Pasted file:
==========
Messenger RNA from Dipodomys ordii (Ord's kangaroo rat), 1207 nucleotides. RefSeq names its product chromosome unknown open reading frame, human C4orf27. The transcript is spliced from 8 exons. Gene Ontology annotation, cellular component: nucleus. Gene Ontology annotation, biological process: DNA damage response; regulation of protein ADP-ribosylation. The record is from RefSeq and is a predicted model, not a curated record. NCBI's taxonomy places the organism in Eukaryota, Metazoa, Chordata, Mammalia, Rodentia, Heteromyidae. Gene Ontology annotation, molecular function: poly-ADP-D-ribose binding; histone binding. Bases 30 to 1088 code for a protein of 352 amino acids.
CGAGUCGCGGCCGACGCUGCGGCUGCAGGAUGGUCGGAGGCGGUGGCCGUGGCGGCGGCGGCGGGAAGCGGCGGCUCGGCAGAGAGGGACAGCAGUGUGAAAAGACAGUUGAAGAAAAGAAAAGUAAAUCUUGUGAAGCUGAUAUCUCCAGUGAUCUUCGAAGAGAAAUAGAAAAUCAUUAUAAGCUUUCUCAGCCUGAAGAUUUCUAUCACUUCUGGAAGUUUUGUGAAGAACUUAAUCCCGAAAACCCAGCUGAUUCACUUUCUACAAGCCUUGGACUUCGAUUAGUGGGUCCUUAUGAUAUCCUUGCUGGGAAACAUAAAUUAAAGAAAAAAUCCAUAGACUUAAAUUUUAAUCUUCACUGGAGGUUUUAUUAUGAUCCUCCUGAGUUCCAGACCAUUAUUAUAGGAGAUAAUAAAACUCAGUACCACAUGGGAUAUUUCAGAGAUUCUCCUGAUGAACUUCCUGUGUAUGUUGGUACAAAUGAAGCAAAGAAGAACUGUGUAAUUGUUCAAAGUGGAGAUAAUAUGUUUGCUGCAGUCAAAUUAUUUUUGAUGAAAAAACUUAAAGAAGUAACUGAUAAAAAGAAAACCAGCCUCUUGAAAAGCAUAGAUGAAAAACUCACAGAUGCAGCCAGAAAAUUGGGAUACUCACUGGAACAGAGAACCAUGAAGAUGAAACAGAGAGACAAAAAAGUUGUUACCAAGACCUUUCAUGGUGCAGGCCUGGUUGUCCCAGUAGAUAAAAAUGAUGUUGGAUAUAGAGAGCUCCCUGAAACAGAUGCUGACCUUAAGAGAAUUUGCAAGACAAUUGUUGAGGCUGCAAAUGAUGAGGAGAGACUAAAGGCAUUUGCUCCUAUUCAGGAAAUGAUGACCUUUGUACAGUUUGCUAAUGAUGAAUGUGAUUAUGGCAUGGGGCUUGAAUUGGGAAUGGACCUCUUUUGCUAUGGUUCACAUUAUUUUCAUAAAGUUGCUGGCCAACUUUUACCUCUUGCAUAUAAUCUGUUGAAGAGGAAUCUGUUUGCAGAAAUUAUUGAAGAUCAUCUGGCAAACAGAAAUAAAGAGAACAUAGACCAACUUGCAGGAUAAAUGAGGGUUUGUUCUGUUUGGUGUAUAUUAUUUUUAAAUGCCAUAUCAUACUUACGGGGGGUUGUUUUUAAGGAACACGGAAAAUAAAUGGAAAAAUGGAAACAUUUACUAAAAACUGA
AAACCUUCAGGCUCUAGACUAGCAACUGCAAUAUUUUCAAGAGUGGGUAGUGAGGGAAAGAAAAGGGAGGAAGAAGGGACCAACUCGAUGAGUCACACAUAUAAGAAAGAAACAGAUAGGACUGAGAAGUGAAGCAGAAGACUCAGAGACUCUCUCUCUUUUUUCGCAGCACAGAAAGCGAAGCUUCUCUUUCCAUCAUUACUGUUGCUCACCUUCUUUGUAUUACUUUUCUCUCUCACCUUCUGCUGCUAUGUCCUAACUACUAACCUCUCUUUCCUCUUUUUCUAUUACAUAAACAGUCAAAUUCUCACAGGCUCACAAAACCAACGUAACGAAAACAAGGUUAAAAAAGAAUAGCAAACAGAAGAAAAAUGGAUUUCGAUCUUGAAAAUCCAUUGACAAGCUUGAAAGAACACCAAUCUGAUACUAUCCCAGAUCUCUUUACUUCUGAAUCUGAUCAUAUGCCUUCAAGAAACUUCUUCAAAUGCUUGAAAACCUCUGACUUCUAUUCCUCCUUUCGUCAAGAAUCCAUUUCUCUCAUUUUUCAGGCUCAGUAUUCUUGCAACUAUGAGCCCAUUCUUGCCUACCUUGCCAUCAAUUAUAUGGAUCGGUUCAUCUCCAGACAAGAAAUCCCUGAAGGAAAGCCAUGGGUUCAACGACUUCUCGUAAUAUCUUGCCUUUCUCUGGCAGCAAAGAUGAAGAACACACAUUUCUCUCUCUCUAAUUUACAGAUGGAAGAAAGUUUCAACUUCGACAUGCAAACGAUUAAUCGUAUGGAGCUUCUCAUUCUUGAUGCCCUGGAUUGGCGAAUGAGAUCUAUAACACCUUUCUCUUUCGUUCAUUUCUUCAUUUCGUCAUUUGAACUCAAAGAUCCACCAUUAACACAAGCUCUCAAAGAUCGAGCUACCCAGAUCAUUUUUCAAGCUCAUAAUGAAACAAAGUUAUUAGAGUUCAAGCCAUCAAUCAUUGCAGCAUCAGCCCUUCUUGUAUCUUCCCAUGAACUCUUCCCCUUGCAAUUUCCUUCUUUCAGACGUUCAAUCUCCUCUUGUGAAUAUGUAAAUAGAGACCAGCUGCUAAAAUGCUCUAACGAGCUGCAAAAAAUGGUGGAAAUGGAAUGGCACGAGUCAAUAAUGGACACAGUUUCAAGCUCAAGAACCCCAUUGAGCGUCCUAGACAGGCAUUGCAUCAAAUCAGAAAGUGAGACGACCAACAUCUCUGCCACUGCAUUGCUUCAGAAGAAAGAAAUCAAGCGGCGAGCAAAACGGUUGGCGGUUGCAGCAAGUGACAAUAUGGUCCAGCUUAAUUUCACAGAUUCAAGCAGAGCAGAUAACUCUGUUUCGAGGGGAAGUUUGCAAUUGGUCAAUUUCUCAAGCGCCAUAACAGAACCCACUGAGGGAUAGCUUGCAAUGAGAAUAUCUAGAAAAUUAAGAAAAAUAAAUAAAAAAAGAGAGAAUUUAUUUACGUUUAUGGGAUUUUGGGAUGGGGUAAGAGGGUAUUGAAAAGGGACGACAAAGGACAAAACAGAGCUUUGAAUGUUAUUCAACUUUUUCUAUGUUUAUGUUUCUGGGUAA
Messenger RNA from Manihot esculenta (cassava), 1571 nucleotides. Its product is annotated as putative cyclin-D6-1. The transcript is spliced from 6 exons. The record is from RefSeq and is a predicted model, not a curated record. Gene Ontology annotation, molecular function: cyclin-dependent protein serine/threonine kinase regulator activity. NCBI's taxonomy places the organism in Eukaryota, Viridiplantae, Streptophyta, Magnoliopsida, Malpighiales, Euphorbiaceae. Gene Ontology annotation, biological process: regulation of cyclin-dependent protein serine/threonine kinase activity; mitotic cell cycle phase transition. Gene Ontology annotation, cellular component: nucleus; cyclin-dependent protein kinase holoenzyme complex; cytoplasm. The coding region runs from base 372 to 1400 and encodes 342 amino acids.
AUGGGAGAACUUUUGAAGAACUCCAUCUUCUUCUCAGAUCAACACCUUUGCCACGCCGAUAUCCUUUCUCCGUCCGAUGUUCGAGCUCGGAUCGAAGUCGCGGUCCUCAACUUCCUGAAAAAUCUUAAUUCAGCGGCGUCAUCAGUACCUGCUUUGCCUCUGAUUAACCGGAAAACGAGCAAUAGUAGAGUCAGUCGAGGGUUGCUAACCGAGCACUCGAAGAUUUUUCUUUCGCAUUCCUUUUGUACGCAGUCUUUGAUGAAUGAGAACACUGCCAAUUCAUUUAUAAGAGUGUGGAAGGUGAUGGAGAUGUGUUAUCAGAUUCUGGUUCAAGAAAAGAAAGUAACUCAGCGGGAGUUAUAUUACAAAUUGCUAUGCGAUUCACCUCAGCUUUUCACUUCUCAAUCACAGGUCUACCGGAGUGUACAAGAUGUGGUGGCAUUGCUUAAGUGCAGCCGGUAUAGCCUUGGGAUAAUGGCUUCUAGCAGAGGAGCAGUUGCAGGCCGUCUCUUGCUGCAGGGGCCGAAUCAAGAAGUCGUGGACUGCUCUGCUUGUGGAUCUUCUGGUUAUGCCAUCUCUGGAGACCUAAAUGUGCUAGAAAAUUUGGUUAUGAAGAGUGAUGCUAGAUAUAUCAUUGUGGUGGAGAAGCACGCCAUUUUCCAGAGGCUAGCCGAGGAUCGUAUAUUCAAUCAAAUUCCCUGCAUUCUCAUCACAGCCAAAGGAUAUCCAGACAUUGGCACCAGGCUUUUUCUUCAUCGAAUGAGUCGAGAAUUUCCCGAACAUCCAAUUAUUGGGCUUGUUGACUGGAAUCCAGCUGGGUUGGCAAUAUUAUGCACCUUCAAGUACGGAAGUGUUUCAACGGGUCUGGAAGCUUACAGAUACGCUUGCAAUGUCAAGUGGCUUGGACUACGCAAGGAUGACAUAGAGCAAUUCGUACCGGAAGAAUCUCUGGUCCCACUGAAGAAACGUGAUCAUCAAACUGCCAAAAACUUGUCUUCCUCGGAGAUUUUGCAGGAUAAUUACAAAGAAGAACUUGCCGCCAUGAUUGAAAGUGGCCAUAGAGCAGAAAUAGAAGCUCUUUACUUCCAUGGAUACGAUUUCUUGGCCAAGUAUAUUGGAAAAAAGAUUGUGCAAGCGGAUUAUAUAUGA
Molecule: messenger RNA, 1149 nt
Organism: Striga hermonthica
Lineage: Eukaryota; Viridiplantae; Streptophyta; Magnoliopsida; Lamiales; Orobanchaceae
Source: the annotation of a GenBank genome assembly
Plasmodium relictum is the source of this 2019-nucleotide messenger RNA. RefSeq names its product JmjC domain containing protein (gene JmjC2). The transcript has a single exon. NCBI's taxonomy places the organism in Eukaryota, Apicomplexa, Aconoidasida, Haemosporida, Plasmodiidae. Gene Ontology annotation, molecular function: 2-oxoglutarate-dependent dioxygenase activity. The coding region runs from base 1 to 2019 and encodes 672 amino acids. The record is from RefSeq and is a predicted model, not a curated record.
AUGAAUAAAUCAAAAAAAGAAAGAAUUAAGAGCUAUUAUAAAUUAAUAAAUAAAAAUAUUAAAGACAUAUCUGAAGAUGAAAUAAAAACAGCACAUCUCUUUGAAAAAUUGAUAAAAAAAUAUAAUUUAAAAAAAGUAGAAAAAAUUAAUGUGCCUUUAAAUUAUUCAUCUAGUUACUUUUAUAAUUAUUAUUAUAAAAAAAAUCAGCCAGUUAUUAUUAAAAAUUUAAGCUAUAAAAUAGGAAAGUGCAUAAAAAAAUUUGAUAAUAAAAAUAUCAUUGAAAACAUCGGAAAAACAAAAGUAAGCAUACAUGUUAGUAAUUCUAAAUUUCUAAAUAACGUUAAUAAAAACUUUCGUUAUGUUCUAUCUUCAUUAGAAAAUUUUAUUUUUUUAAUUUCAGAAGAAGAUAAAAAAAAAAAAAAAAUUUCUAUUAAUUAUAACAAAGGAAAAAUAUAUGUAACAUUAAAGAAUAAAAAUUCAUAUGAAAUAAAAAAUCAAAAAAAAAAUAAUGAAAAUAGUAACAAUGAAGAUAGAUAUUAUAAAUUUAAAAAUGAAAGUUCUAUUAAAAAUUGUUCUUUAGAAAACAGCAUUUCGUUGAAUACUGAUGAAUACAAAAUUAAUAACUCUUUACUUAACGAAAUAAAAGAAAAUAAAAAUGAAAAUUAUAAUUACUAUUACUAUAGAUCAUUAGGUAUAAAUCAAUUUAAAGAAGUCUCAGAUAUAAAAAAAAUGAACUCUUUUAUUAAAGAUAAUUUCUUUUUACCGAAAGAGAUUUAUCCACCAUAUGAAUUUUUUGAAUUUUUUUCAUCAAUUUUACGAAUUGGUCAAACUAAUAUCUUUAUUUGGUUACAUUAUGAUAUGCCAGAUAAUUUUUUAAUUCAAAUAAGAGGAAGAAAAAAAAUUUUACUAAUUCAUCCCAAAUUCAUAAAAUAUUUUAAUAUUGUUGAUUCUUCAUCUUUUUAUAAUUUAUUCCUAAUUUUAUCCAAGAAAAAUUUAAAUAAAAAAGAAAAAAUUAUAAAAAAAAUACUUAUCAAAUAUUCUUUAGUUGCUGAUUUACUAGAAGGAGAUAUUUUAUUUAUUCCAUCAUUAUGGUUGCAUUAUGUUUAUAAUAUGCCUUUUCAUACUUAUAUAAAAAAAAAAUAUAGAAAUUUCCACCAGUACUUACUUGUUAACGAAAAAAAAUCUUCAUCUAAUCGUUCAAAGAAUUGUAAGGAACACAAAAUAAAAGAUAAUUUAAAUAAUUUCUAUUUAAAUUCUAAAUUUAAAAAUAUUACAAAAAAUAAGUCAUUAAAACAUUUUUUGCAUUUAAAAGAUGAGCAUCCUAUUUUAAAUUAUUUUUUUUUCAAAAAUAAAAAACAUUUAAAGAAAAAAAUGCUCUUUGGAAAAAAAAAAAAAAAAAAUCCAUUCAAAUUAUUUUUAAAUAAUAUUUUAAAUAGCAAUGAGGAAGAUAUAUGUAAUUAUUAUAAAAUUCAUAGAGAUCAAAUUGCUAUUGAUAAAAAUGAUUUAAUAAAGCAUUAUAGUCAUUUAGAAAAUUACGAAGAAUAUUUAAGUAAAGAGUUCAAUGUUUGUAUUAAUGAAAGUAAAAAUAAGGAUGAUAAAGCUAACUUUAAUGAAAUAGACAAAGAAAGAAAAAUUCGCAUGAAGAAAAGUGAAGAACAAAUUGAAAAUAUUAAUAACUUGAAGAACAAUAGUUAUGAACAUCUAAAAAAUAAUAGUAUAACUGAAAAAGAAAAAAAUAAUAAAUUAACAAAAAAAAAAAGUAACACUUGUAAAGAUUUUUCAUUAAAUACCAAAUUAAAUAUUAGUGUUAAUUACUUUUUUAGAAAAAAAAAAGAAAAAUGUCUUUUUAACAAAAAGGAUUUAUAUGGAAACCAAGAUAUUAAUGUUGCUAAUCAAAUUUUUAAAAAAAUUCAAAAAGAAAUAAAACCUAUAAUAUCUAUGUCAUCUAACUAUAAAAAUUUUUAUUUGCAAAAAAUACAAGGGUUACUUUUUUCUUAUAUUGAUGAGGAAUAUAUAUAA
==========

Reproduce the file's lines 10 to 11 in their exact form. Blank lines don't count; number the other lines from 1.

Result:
Plasmodium relictum is the source of this 2019-nucleotide messenger RNA. RefSeq names its product JmjC domain containing protein (gene JmjC2). The transcript has a single exon. NCBI's taxonomy places the organism in Eukaryota, Apicomplexa, Aconoidasida, Haemosporida, Plasmodiidae. Gene Ontology annotation, molecular function: 2-oxoglutarate-dependent dioxygenase activity. The coding region runs from base 1 to 2019 and encodes 672 amino acids. The record is from RefSeq and is a predicted model, not a curated record.
AUGAAUAAAUCAAAAAAAGAAAGAAUUAAGAGCUAUUAUAAAUUAAUAAAUAAAAAUAUUAAAGACAUAUCUGAAGAUGAAAUAAAAACAGCACAUCUCUUUGAAAAAUUGAUAAAAAAAUAUAAUUUAAAAAAAGUAGAAAAAAUUAAUGUGCCUUUAAAUUAUUCAUCUAGUUACUUUUAUAAUUAUUAUUAUAAAAAAAAUCAGCCAGUUAUUAUUAAAAAUUUAAGCUAUAAAAUAGGAAAGUGCAUAAAAAAAUUUGAUAAUAAAAAUAUCAUUGAAAACAUCGGAAAAACAAAAGUAAGCAUACAUGUUAGUAAUUCUAAAUUUCUAAAUAACGUUAAUAAAAACUUUCGUUAUGUUCUAUCUUCAUUAGAAAAUUUUAUUUUUUUAAUUUCAGAAGAAGAUAAAAAAAAAAAAAAAAUUUCUAUUAAUUAUAACAAAGGAAAAAUAUAUGUAACAUUAAAGAAUAAAAAUUCAUAUGAAAUAAAAAAUCAAAAAAAAAAUAAUGAAAAUAGUAACAAUGAAGAUAGAUAUUAUAAAUUUAAAAAUGAAAGUUCUAUUAAAAAUUGUUCUUUAGAAAACAGCAUUUCGUUGAAUACUGAUGAAUACAAAAUUAAUAACUCUUUACUUAACGAAAUAAAAGAAAAUAAAAAUGAAAAUUAUAAUUACUAUUACUAUAGAUCAUUAGGUAUAAAUCAAUUUAAAGAAGUCUCAGAUAUAAAAAAAAUGAACUCUUUUAUUAAAGAUAAUUUCUUUUUACCGAAAGAGAUUUAUCCACCAUAUGAAUUUUUUGAAUUUUUUUCAUCAAUUUUACGAAUUGGUCAAACUAAUAUCUUUAUUUGGUUACAUUAUGAUAUGCCAGAUAAUUUUUUAAUUCAAAUAAGAGGAAGAAAAAAAAUUUUACUAAUUCAUCCCAAAUUCAUAAAAUAUUUUAAUAUUGUUGAUUCUUCAUCUUUUUAUAAUUUAUUCCUAAUUUUAUCCAAGAAAAAUUUAAAUAAAAAAGAAAAAAUUAUAAAAAAAAUACUUAUCAAAUAUUCUUUAGUUGCUGAUUUACUAGAAGGAGAUAUUUUAUUUAUUCCAUCAUUAUGGUUGCAUUAUGUUUAUAAUAUGCCUUUUCAUACUUAUAUAAAAAAAAAAUAUAGAAAUUUCCACCAGUACUUACUUGUUAACGAAAAAAAAUCUUCAUCUAAUCGUUCAAAGAAUUGUAAGGAACACAAAAUAAAAGAUAAUUUAAAUAAUUUCUAUUUAAAUUCUAAAUUUAAAAAUAUUACAAAAAAUAAGUCAUUAAAACAUUUUUUGCAUUUAAAAGAUGAGCAUCCUAUUUUAAAUUAUUUUUUUUUCAAAAAUAAAAAACAUUUAAAGAAAAAAAUGCUCUUUGGAAAAAAAAAAAAAAAAAAUCCAUUCAAAUUAUUUUUAAAUAAUAUUUUAAAUAGCAAUGAGGAAGAUAUAUGUAAUUAUUAUAAAAUUCAUAGAGAUCAAAUUGCUAUUGAUAAAAAUGAUUUAAUAAAGCAUUAUAGUCAUUUAGAAAAUUACGAAGAAUAUUUAAGUAAAGAGUUCAAUGUUUGUAUUAAUGAAAGUAAAAAUAAGGAUGAUAAAGCUAACUUUAAUGAAAUAGACAAAGAAAGAAAAAUUCGCAUGAAGAAAAGUGAAGAACAAAUUGAAAAUAUUAAUAACUUGAAGAACAAUAGUUAUGAACAUCUAAAAAAUAAUAGUAUAACUGAAAAAGAAAAAAAUAAUAAAUUAACAAAAAAAAAAAGUAACACUUGUAAAGAUUUUUCAUUAAAUACCAAAUUAAAUAUUAGUGUUAAUUACUUUUUUAGAAAAAAAAAAGAAAAAUGUCUUUUUAACAAAAAGGAUUUAUAUGGAAACCAAGAUAUUAAUGUUGCUAAUCAAAUUUUUAAAAAAAUUCAAAAAGAAAUAAAACCUAUAAUAUCUAUGUCAUCUAACUAUAAAAAUUUUUAUUUGCAAAAAAUACAAGGGUUACUUUUUUCUUAUAUUGAUGAGGAAUAUAUAUAA